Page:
The legendary Tony Hawk is riding again in the eighth installment of the popular skating franchise. Neversoft has taken it upon itself to put the popular series on the next-gen systems. This has resulted in the same familiar Tony Hawk gameplay but with far better visuals.
What’s In a Name?
The name Project 8 sets up your characters main goal. Tony Hawk is looking for the top eight amateur skaters in the world. It’s your job to take your skater from being ranked number 200 all the way to the top and make Tony’s list. To go about improving your rank all you have to do is play the game. Everything you do affects your rank such as helping random citizens, finding hidden items, or doing tasks for some of the pro skaters. It’s a pretty neat story that will keep you trying to claw your way up the ranks for a long time.
A really interesting aspect of Projects 8 is how the difficulty is setup. Rather than having easy, medium, and hard modes the difficulty is built into the game. When skating around you will find different goal areas that need to be accomplished. These goal areas tell you what tricks you have to do to accomplish that particular goal but each goal has three separate tricks that have to be performed for that particular section. Once you perform the trick successfully you will receive an amateur, pro or sick rating.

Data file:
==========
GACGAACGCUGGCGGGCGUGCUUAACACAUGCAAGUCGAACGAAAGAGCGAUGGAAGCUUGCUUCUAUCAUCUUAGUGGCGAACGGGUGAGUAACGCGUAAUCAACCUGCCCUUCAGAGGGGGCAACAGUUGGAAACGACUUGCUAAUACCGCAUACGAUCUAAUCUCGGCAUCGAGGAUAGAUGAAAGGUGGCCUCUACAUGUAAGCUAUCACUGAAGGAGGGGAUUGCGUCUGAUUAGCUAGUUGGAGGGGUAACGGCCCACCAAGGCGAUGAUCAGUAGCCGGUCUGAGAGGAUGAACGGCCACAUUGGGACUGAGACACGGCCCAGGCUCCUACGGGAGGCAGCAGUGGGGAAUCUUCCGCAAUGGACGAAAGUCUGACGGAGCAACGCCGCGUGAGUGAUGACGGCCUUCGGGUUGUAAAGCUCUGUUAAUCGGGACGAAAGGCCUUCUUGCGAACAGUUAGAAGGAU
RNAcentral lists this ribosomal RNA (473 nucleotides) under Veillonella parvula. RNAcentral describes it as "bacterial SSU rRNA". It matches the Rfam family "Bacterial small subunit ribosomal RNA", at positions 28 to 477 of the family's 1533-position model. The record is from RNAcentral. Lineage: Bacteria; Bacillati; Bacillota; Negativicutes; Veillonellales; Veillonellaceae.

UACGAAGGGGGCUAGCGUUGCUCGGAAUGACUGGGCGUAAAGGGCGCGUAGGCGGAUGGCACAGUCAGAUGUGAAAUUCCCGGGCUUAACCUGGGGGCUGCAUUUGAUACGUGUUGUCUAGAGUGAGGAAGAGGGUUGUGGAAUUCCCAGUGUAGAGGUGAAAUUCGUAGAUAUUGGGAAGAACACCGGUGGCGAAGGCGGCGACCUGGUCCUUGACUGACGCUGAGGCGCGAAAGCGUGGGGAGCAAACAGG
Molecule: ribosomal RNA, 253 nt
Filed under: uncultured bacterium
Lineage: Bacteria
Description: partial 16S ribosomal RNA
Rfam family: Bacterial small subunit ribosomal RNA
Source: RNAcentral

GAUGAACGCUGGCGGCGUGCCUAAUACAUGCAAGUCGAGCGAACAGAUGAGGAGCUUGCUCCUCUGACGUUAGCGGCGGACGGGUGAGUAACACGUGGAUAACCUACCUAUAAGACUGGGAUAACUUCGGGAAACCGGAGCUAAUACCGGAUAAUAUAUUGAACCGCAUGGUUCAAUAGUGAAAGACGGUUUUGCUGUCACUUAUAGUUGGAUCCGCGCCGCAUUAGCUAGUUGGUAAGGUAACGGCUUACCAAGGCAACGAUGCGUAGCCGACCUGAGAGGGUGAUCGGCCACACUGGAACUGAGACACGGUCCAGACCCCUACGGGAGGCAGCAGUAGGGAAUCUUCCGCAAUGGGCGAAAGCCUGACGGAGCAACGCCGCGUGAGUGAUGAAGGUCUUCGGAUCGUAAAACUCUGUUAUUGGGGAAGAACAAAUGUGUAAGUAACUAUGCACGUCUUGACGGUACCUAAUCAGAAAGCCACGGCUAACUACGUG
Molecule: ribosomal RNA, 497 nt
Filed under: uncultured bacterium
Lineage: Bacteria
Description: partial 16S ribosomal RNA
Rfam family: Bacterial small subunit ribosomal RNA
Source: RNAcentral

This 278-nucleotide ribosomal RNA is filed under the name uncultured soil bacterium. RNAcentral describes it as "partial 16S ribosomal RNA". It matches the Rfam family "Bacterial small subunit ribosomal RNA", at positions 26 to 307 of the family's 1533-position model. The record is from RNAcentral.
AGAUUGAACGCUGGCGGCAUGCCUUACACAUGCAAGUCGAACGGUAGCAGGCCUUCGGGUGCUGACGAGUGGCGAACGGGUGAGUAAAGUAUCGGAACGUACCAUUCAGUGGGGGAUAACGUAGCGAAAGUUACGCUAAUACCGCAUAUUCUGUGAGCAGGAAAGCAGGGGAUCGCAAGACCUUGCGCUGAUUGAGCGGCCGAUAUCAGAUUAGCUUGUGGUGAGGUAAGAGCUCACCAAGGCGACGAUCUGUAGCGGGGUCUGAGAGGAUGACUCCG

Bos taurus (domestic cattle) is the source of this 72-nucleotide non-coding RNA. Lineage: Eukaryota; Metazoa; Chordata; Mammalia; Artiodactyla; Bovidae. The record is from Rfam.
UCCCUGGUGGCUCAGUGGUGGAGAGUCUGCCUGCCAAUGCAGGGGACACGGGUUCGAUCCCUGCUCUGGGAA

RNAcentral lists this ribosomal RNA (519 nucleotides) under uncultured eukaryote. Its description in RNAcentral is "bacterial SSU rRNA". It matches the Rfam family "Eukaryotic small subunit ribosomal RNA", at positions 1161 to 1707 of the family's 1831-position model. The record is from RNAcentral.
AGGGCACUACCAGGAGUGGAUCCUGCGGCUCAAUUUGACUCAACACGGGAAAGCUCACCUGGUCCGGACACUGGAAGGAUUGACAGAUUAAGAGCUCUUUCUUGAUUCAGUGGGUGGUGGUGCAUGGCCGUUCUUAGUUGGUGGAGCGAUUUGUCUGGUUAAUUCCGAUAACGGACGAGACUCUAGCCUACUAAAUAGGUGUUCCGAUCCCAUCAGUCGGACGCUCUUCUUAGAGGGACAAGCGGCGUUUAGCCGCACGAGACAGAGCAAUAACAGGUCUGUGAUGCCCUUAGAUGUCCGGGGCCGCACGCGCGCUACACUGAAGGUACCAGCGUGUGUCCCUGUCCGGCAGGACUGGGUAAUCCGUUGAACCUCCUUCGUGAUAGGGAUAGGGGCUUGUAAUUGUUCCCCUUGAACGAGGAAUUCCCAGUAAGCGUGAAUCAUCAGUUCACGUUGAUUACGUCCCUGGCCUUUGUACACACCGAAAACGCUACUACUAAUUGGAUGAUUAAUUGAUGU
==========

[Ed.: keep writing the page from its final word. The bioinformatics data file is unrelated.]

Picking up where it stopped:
The competitions work the same way. First you are to perform a seeding run which places you into one of three tournaments of varying skill levels, and then you need to win the tournament you were placed in to finish the goal.
Being the Best
The new way to upgrade your character’s stats in Project 8 is simply just by playing. To upgrade your grind you have to grind everywhere you go, to upgrade your air you have to go off of lots of jumps and so on. This is a well implemented system but the fact that your character starts out so underpowered means you have to do a lot of backtracking to accomplish some of the harder goals located at the beginning. In past Tony Hawk games your character earned stat points by performing enough rotations in a trick or grinding a certain distance. So there is a slight difference on how the stats are dished out to your character. What’s different about the stats in this game is the fact that they dropped the speed skill. This is frustrating as in past games that would be the statistic I’d always level up first as I liked to dart around everywhere I went. This slows the game down tremendously and most of the skill challenges are timed making you feel really rushed throughout most of the game.
To be the best you will have to perform something that’s entirely new to the series called Spot Challenges. You’ll find markers throughout the game in various locations where you will have to perform your stunt at the designated marker. There’s nothing that really indicates where they are located;you just start the challenge by simply doing it. Finding these can difficult but I seemed to find most of them by complete accident just by skating around.